The Latest: Oklahoma senator’s pension not affected by probe

OKLAHOMA CITY (AP) — The Latest on a criminal investigation of state Sen. Ralph Shortey, a Republican from Oklahoma City who is facing felony child prostitution charges alleging he solicited sex from a 17-year-old boy (all times local):

2:30 p.m.

Oklahoma state retirement officials say a state senator from Oklahoma City who is facing felony child prostitution charges will still be eligible to collect his state retirement, even if he is convicted of the charges.

The executive director of the Oklahoma Public Employees Retirement System, Joseph Fox, confirmed Monday that Republican Sen. Ralph Shortey became vested in the state’s retirement system last year after serving six years in the Oklahoma Senate.

Fox said state law allows for the forfeiture of retirement benefits only if the felony conviction is for bribery, corruption, forgery, perjury or related to campaign contributions or the duties of office.

If Shortey contributed the maximum amount to his retirement, he would be eligible to collect $9,216 annually after he turns 60.

Shortey hasn’t responded to requests for comment.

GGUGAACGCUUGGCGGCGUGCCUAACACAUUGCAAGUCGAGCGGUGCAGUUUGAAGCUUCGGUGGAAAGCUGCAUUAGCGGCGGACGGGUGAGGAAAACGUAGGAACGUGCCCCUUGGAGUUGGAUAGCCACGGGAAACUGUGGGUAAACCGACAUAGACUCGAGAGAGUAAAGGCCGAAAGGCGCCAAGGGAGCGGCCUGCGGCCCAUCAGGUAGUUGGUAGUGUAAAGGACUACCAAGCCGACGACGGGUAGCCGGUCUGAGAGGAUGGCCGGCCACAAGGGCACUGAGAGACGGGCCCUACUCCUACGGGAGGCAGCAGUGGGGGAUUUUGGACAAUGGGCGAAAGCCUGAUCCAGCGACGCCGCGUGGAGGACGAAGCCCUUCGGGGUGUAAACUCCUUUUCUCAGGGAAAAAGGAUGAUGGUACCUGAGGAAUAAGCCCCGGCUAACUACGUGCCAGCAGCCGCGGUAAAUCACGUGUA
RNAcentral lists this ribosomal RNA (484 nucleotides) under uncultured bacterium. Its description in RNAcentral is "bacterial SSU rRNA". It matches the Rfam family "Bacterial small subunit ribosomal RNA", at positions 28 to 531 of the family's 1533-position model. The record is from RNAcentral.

1:30 p.m.

The FBI in Oklahoma City has confirmed it is investigating a Republican state senator who is facing felony child prostitution charges after police say he solicited sex from a 17-year-old boy.

FBI spokeswoman Jessica Rice confirmed Monday that her agency served a search warrant Friday at the Oklahoma City home of Sen. Ralph Shortey. Rice said she could not provide any more details because of a “sensitive ongoing investigation.”

No federal charges have been filed against Shortey.

State prosecutors charged Shortey last week with engaging in child prostitution, transporting a minor for prostitution and engaging in prostitution within 1,000 feet of a church. He was released on a $100,000 bond.

Court records don’t show whether Shortey has retained an attorney, and he hasn’t responded to texts and voicemails seeking comment.